Showsight Presents the English Toy Spaniel

By Marilyn Tuesley Marsward English Toy Spaniels T he judge who came to visit looked startled when I asked her, “Please close your eyes.” We had one of my Charlies and I was going over impor- tant aspects of the head. Now, I was asking her to close her eyes and let her hands feel their way to some crucial information. It’s important because English Toy Spaniels come in four di ff erent colors, and di ff erences in color can cause optical illu- sions. For example, the width of the blaze or the presence of a full bar over the eyes can make the head appear flatter or round- er. But the hands feel the true structure of the head; they are not tricked by illusion. First, taking the head as a whole, think of a ball (Americans might think of a baseball, while we English might consider cricket ball). Cup the “ball” over the top with one hand. Th e head should mimic the feel of a ball in your hand. Th en cup the lower part of the head, under the jaw, with the other hand. It should be rounded and sit nicely in your palm. Th is is where many heads are faulty; they might be ball- like over the skull, but lack the jawbone to carry through the ball shape. Your hands cupped across the top of the head from ear to ear should continue to feel the ball shape. Th ere should be roundness and full- ness in every direction. Th e jaw should be upswept to complete the round head. Okay, open your eyes. Consider the nose. It should be large, black, with well- opened nostrils, and centered. Th e top of the nose should always be level with the inside corners of the eyes. A nose that is too high gives a Bulldog-like appearance, with a too-strong underjaw and not enough length of lip. A high nose restricts the amount of cushioning in the face. Th e breed is required to have “a well-cushioned face.” Th e proper

placement of the nose allows for the correct amount of cushioning. A low nose, on the other hand, gener- ally results in loose lips that do not meet evenly therefore not giving much cushion. Th is nose placement can create the illusion of a high-domed head; this is again why it’s good to close your eyes and let your hands feel if the dome is correct. A nose that is too small will give a pinched expression, rather than the soft, gentle expression that is characteristic of the breed. Th e standard says the muzzle is “very short, with the nose well laid back” but this does not mean that the nose should tilt back tightly into the head. A nose tilted to much will impact the amount of cush- ioning, and “well developed cushioning” is crucial to the breed’s appearance. Th e nose should sit centered with just enough depth to be able to put the tip of your thumb on the top. Th e eyes should be big, round, and dark. Oval or small eyes don’t have the sweet, kind expression that is typical of Charlies. Th e ears should be level with the outer corners of the eyes, with long leathers and plenty of fringing. If the ear placement is too high, it makes the head look flat and the domed appearance is lost. If the ears are set too low, there is a clown-like look. If the leathers are not long enough, the pro- portion of the head doesn’t look right. Moving to the mouth—make sure there is enough width under the jaw—if the jaw is too narrow the upper lips will hang down with no apparent cushioning. As you look at the dog’s face there should be a straight line from the center of the nose down to the center of the lower lip. If the line is not straight is may be an indica- tion of a wry mouth. Like most brachycephalic breeds, Char- lies don’t like their lips pulled. Personally, I never try to pry open the mouth, and never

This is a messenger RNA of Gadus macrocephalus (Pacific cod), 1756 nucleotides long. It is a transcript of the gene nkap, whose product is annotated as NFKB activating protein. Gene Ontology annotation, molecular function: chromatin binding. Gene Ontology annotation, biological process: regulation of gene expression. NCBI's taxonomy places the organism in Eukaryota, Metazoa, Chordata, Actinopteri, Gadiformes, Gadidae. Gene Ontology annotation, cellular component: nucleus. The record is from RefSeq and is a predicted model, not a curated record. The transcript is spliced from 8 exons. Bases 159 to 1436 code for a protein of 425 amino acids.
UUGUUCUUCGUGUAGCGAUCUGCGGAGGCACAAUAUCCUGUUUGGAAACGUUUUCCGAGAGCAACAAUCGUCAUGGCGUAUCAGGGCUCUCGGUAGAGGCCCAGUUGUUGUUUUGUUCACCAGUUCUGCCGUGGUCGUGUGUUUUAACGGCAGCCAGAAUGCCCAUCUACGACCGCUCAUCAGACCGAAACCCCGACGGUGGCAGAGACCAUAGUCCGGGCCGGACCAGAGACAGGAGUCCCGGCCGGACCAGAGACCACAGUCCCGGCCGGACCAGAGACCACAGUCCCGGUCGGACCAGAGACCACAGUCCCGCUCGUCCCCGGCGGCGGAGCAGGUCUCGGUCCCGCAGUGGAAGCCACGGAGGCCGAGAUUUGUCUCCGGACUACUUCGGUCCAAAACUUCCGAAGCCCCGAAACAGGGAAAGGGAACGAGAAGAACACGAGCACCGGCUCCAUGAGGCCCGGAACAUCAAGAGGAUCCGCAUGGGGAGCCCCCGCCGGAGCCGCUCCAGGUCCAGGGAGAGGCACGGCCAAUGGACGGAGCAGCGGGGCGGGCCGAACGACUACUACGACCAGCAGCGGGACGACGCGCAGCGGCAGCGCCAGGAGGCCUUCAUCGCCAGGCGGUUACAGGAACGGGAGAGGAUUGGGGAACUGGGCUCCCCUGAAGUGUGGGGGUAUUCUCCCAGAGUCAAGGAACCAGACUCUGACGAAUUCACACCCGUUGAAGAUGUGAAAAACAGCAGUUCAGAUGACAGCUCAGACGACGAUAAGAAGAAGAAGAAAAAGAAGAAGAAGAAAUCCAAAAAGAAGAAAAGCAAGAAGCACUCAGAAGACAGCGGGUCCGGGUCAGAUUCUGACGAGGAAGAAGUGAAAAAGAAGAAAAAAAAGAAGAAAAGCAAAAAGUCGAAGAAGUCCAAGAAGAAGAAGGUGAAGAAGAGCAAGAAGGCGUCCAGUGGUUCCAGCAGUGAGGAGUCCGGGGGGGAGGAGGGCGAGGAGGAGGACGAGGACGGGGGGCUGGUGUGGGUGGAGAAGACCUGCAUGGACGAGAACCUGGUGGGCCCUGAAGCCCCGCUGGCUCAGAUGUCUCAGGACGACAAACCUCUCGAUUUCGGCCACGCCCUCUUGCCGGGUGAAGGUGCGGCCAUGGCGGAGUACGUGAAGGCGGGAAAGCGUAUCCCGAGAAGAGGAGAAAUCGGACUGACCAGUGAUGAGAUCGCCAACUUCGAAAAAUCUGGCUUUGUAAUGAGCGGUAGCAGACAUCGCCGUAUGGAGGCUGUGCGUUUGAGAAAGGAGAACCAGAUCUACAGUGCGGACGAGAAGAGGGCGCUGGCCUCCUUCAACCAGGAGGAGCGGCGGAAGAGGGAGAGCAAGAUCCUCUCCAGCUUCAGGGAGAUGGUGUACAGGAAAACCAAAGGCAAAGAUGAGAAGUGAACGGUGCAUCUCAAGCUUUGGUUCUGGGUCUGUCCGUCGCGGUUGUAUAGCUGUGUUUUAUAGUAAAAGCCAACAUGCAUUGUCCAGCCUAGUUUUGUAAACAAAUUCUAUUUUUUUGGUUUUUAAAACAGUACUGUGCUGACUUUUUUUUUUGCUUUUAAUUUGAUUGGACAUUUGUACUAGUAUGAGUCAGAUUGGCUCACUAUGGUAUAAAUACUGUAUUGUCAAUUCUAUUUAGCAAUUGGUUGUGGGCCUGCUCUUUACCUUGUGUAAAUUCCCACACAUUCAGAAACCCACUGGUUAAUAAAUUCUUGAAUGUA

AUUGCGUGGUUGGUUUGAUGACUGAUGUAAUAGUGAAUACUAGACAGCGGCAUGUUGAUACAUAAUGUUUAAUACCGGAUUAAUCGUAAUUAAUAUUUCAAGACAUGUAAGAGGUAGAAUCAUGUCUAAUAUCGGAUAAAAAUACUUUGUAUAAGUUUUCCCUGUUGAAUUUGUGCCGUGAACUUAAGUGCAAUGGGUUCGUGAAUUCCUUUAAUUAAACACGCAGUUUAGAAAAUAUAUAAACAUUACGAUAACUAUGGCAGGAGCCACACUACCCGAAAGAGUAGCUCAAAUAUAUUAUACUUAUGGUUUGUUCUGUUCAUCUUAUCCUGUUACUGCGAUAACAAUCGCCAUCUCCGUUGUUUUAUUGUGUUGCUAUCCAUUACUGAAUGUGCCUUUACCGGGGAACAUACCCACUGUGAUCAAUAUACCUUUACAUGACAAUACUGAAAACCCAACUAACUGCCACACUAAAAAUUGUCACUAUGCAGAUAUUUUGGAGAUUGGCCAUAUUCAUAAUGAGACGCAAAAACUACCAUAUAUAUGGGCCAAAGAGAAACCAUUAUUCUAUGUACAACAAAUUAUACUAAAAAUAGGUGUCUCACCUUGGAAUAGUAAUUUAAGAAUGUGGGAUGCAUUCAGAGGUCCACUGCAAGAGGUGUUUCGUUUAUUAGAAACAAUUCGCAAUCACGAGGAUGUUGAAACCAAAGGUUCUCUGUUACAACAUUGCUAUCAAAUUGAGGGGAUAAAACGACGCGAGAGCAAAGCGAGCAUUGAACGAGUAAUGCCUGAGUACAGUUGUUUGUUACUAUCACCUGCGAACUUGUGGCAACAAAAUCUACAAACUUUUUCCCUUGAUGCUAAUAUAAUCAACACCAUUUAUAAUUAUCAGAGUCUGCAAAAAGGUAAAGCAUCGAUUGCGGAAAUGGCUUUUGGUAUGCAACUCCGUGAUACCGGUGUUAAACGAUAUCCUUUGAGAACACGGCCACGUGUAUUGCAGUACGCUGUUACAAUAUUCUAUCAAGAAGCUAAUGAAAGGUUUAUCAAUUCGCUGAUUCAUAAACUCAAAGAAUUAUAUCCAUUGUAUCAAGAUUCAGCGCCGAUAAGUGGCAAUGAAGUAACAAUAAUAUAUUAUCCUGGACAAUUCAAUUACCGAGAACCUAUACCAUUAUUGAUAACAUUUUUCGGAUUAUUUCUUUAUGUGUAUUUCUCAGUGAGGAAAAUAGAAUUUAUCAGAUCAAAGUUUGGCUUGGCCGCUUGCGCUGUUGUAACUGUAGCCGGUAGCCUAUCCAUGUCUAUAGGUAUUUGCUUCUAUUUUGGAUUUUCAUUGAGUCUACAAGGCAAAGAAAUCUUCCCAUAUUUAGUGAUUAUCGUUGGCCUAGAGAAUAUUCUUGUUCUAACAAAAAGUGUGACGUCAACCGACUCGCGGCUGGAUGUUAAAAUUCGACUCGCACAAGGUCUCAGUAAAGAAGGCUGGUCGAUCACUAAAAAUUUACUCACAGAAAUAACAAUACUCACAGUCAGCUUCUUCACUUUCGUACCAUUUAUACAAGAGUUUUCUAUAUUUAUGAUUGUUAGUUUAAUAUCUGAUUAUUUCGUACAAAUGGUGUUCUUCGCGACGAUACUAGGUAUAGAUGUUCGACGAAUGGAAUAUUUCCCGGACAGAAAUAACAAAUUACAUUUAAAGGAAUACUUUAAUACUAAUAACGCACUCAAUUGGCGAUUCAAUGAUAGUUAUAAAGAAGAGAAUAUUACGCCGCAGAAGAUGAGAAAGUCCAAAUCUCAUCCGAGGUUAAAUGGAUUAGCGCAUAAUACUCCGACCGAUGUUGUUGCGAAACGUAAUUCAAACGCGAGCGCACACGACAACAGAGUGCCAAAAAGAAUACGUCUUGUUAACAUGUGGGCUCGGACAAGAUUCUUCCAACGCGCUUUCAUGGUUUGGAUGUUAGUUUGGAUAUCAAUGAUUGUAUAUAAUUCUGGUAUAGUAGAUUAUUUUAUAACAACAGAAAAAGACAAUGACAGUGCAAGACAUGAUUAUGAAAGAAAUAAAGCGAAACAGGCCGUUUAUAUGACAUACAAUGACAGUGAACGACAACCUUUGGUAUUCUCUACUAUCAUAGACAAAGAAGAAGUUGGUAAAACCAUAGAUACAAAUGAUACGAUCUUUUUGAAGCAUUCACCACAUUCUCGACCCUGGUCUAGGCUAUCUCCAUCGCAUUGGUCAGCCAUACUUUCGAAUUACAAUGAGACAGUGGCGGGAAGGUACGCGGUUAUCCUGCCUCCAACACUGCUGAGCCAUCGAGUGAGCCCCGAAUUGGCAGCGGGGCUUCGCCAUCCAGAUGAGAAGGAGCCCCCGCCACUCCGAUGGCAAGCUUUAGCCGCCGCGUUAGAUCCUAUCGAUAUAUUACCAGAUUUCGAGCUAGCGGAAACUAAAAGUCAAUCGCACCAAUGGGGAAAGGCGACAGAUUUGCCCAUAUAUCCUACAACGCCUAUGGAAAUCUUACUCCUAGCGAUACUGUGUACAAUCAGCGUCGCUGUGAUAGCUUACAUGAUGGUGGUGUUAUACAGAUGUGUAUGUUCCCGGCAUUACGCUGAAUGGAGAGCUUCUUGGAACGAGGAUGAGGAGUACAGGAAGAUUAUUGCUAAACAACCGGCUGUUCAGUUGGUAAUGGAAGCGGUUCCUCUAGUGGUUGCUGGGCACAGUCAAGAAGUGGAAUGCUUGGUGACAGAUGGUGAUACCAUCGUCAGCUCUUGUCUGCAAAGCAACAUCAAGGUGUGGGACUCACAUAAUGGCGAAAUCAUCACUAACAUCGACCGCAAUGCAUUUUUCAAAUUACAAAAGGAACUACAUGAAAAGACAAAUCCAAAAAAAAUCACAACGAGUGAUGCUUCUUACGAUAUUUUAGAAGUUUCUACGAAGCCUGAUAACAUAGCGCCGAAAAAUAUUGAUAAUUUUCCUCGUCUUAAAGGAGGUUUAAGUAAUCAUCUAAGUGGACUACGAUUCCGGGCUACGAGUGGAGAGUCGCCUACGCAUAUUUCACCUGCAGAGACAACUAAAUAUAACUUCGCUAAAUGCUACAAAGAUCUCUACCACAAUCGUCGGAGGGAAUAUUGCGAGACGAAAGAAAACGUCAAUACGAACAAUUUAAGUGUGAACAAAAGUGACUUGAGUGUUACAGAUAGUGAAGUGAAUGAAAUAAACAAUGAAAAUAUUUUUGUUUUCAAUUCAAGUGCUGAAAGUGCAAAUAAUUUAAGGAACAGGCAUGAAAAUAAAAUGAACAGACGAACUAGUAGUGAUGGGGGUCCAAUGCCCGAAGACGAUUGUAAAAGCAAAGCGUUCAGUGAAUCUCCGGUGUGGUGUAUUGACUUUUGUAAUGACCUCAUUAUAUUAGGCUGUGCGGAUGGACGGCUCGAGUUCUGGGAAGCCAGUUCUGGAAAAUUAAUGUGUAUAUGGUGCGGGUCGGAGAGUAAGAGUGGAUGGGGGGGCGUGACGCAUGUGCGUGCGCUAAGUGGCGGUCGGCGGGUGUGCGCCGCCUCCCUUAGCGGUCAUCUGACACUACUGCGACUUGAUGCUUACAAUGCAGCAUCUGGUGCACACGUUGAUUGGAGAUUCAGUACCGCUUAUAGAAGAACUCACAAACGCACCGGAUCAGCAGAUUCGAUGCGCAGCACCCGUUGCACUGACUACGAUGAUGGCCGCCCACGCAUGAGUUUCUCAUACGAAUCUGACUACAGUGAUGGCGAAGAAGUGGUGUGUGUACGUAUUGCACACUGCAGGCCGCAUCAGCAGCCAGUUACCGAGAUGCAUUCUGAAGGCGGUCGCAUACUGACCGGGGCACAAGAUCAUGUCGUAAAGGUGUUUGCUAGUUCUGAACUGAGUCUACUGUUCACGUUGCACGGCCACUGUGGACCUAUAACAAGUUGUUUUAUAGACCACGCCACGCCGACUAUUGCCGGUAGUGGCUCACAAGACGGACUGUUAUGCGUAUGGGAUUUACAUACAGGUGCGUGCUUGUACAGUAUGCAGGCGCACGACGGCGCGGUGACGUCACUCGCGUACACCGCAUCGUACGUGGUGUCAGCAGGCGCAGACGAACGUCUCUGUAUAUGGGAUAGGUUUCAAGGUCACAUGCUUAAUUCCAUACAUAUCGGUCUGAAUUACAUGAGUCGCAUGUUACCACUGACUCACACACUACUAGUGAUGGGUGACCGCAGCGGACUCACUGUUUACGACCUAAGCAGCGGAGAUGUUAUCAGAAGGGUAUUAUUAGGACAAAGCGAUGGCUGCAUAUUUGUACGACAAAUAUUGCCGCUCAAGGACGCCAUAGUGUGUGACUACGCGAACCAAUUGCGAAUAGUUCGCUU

cover the top of the head with my hand, as that makes the dog uncomfortable. Th e best method is simply to raise the lip or slip your finger under it and feel the place- ment and number of the teeth. You are looking for a slightly undershot bite. Once you determine that, it’s not necessary to inspect the teeth further. Moving from the head to the neck, close your eyes again. A correct, moder- ate, nicely arched neck will fill your hand with a rounded feeling. Th e neck should be strong to carry that big, beautiful head. A short neck is not correct; a long neck even though it might look elegant, it detracts from the correct “cobby” body type and is not correct. Long necks also usually mean long backs, which are faulty. Th e body should be compact, cobby, and square with a short, level top-line. Close your eyes to let the spring of rib fill your hands on both sides. Th e chest should be deep, providing good room for the heart. Th e standard calls the breed “sturdy of frame.” You should feel the breed’s good solid bone right down through the legs. Th e shoulders are well laid back. Th e rear legs should be well muscled with good angulation. Th e tail will be in many di ff erent types as they can be born with stubs that appear self-docked, cork screw, or long straight tails the latter of which can still be docked under American standards. Th e AKC stan- dard says the tail should be just slightly above the level of the back while standards elsewhere have the tail level with the back and not carried over. Movement of this wonderful Toy dog should be free, quick and elegant with driving steps from the rear and straight when viewed both coming and going. Judging the English Toy Spaniel is a challenge. But here’s my advice for doing a good job—hands on, eyes closed, at least part of the time.

“MOVEMENT OF THIS WONDERFUL TOY DOG SHOULD BE FREE, QUICK AND ELEGANT...”

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